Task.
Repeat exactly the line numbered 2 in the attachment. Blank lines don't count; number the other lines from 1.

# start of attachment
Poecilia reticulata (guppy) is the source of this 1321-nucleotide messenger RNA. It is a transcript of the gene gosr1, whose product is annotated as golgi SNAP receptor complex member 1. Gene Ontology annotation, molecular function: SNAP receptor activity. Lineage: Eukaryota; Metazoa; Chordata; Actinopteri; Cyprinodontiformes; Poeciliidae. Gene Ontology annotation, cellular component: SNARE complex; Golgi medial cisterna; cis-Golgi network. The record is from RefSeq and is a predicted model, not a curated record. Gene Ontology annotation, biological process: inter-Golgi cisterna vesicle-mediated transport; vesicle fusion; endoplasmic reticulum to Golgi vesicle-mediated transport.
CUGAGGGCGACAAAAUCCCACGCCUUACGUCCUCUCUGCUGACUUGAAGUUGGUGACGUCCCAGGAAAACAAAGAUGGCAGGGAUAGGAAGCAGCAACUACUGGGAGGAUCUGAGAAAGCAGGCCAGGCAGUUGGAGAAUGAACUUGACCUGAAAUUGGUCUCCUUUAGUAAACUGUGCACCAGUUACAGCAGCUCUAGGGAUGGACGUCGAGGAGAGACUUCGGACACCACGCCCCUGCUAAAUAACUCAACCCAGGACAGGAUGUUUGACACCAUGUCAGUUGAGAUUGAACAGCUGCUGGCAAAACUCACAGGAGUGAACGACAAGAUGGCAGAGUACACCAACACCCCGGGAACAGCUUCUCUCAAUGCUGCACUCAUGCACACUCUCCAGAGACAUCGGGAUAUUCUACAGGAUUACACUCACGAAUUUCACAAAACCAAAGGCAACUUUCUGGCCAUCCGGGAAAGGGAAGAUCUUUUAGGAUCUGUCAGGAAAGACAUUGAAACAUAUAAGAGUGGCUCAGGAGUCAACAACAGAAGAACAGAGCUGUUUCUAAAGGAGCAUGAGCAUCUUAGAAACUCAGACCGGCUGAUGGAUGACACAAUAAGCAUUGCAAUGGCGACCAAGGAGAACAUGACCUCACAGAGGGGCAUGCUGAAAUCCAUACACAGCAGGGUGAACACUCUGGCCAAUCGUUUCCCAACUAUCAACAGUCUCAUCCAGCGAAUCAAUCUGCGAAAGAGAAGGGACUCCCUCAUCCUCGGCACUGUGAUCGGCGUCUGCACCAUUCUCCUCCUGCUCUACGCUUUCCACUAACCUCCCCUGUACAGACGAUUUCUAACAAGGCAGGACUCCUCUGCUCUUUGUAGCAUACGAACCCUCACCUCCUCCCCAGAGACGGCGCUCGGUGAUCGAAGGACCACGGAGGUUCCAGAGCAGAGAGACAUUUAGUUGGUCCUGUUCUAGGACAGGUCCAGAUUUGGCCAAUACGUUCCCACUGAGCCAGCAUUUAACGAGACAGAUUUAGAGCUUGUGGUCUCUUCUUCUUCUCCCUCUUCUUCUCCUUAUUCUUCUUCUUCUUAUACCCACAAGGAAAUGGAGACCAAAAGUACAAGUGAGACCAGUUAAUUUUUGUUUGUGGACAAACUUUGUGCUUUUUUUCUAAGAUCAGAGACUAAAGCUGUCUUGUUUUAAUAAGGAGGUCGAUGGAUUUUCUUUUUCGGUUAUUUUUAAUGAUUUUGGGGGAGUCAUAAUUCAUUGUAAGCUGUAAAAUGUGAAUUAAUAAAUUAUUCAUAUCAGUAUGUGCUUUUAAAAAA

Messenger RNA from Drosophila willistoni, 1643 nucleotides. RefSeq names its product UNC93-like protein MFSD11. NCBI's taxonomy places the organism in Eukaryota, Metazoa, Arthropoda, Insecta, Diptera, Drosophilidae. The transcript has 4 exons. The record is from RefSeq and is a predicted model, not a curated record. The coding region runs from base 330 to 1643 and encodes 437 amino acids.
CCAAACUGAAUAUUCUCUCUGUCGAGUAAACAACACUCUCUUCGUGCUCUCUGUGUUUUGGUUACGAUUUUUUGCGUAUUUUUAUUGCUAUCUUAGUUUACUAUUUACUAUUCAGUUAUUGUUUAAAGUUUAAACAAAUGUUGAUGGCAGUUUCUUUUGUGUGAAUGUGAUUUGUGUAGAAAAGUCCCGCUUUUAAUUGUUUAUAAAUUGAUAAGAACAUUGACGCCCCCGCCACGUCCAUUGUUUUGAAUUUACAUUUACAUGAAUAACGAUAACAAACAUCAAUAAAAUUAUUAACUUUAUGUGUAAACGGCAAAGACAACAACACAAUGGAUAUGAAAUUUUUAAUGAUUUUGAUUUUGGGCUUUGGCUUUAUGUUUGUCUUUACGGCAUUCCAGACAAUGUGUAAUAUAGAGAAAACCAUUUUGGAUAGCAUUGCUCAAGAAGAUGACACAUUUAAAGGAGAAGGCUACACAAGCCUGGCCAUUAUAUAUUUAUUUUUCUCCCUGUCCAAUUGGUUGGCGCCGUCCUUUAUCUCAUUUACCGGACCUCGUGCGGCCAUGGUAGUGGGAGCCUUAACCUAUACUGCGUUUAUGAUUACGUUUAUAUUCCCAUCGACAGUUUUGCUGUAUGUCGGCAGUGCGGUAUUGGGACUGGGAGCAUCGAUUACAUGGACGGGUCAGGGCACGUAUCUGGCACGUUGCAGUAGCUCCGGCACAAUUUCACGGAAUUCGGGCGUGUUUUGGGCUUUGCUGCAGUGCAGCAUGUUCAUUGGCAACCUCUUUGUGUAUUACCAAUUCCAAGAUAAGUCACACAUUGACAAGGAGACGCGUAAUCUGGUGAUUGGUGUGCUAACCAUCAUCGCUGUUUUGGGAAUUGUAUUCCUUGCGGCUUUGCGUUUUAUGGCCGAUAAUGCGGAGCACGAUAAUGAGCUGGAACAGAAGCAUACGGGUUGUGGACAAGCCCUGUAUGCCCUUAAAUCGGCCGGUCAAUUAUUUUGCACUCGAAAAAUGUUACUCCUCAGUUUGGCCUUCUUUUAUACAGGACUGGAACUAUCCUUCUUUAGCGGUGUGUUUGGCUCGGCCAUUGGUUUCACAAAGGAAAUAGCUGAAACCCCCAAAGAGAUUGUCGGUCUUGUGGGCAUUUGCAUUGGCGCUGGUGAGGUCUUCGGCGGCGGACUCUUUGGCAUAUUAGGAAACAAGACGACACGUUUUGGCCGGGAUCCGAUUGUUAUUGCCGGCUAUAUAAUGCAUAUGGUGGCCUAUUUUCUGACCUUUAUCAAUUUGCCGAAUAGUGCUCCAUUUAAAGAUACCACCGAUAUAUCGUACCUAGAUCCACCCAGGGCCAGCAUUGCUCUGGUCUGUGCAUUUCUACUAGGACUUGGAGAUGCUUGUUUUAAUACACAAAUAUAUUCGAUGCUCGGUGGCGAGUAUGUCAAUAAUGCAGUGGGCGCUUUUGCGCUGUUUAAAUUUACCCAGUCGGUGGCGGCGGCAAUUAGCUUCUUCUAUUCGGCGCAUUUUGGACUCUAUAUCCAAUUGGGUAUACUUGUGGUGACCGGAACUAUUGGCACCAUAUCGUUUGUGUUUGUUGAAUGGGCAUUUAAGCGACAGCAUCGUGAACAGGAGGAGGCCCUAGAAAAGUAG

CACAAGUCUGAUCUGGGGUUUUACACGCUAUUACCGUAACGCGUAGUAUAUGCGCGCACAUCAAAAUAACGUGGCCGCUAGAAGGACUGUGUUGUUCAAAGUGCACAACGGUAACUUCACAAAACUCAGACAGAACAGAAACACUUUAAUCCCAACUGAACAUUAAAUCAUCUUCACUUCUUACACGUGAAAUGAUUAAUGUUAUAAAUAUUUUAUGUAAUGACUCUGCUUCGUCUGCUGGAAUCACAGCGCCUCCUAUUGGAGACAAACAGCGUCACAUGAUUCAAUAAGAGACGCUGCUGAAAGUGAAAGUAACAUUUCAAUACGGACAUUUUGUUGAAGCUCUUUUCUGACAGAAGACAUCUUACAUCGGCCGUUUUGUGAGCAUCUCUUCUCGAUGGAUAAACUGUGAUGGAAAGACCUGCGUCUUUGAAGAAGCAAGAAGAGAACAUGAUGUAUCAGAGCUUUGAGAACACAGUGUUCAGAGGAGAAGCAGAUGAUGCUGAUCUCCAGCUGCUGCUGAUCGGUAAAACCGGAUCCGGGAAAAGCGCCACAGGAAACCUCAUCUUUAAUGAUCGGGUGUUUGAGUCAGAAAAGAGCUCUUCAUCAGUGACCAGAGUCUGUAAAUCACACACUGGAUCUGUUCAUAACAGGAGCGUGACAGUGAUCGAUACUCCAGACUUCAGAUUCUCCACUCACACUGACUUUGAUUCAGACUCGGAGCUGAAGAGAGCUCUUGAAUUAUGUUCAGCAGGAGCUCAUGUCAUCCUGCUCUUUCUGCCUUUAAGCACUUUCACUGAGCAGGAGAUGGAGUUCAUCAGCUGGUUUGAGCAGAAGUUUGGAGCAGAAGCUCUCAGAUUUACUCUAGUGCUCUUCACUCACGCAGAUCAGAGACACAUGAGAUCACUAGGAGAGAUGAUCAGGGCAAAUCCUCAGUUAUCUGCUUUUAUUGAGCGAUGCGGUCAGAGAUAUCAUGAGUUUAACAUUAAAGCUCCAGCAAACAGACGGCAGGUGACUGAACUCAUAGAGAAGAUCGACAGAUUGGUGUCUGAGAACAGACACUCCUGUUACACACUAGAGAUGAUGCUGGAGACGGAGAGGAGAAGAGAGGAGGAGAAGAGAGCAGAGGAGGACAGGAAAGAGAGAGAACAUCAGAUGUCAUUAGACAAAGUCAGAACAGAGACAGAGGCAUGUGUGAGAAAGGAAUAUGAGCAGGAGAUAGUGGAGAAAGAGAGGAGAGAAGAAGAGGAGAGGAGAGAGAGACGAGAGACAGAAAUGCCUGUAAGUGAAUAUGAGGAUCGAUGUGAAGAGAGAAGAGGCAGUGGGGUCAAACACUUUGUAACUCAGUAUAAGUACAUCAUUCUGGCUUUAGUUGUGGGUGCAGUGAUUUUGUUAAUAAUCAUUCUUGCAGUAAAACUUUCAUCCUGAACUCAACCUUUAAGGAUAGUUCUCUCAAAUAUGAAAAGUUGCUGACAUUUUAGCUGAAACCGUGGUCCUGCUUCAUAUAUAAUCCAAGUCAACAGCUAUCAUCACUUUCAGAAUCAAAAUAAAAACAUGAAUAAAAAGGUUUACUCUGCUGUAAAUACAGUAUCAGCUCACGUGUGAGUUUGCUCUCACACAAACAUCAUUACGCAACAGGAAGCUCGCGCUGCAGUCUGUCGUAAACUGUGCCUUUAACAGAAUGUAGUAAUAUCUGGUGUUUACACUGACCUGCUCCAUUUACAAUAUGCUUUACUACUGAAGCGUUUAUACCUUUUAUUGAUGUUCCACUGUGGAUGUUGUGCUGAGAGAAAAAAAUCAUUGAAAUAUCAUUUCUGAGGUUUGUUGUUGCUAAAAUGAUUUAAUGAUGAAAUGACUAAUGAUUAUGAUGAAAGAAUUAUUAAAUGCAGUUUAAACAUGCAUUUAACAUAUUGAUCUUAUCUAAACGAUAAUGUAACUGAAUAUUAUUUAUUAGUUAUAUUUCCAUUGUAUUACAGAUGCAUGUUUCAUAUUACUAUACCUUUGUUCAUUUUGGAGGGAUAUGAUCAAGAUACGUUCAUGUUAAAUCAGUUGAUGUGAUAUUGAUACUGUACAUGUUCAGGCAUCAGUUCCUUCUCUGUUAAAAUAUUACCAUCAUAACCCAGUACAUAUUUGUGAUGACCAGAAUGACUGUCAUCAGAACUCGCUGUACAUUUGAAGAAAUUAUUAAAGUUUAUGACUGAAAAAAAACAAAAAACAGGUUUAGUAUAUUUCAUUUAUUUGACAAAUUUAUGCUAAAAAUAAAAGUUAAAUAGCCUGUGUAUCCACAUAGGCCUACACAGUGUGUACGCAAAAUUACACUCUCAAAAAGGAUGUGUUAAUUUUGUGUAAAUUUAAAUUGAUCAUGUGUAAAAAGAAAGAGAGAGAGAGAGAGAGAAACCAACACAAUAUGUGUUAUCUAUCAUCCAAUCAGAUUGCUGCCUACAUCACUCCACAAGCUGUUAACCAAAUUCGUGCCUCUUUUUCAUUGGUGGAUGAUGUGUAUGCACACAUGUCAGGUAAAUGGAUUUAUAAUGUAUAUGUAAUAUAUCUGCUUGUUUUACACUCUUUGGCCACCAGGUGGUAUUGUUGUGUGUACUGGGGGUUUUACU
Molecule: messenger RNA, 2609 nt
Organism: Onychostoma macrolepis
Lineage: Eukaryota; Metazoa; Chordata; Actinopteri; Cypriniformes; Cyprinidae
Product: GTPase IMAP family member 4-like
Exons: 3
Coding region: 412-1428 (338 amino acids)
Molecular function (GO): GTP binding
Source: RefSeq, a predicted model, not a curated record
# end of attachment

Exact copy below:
CUGAGGGCGACAAAAUCCCACGCCUUACGUCCUCUCUGCUGACUUGAAGUUGGUGACGUCCCAGGAAAACAAAGAUGGCAGGGAUAGGAAGCAGCAACUACUGGGAGGAUCUGAGAAAGCAGGCCAGGCAGUUGGAGAAUGAACUUGACCUGAAAUUGGUCUCCUUUAGUAAACUGUGCACCAGUUACAGCAGCUCUAGGGAUGGACGUCGAGGAGAGACUUCGGACACCACGCCCCUGCUAAAUAACUCAACCCAGGACAGGAUGUUUGACACCAUGUCAGUUGAGAUUGAACAGCUGCUGGCAAAACUCACAGGAGUGAACGACAAGAUGGCAGAGUACACCAACACCCCGGGAACAGCUUCUCUCAAUGCUGCACUCAUGCACACUCUCCAGAGACAUCGGGAUAUUCUACAGGAUUACACUCACGAAUUUCACAAAACCAAAGGCAACUUUCUGGCCAUCCGGGAAAGGGAAGAUCUUUUAGGAUCUGUCAGGAAAGACAUUGAAACAUAUAAGAGUGGCUCAGGAGUCAACAACAGAAGAACAGAGCUGUUUCUAAAGGAGCAUGAGCAUCUUAGAAACUCAGACCGGCUGAUGGAUGACACAAUAAGCAUUGCAAUGGCGACCAAGGAGAACAUGACCUCACAGAGGGGCAUGCUGAAAUCCAUACACAGCAGGGUGAACACUCUGGCCAAUCGUUUCCCAACUAUCAACAGUCUCAUCCAGCGAAUCAAUCUGCGAAAGAGAAGGGACUCCCUCAUCCUCGGCACUGUGAUCGGCGUCUGCACCAUUCUCCUCCUGCUCUACGCUUUCCACUAACCUCCCCUGUACAGACGAUUUCUAACAAGGCAGGACUCCUCUGCUCUUUGUAGCAUACGAACCCUCACCUCCUCCCCAGAGACGGCGCUCGGUGAUCGAAGGACCACGGAGGUUCCAGAGCAGAGAGACAUUUAGUUGGUCCUGUUCUAGGACAGGUCCAGAUUUGGCCAAUACGUUCCCACUGAGCCAGCAUUUAACGAGACAGAUUUAGAGCUUGUGGUCUCUUCUUCUUCUCCCUCUUCUUCUCCUUAUUCUUCUUCUUCUUAUACCCACAAGGAAAUGGAGACCAAAAGUACAAGUGAGACCAGUUAAUUUUUGUUUGUGGACAAACUUUGUGCUUUUUUUCUAAGAUCAGAGACUAAAGCUGUCUUGUUUUAAUAAGGAGGUCGAUGGAUUUUCUUUUUCGGUUAUUUUUAAUGAUUUUGGGGGAGUCAUAAUUCAUUGUAAGCUGUAAAAUGUGAAUUAAUAAAUUAUUCAUAUCAGUAUGUGCUUUUAAAAAA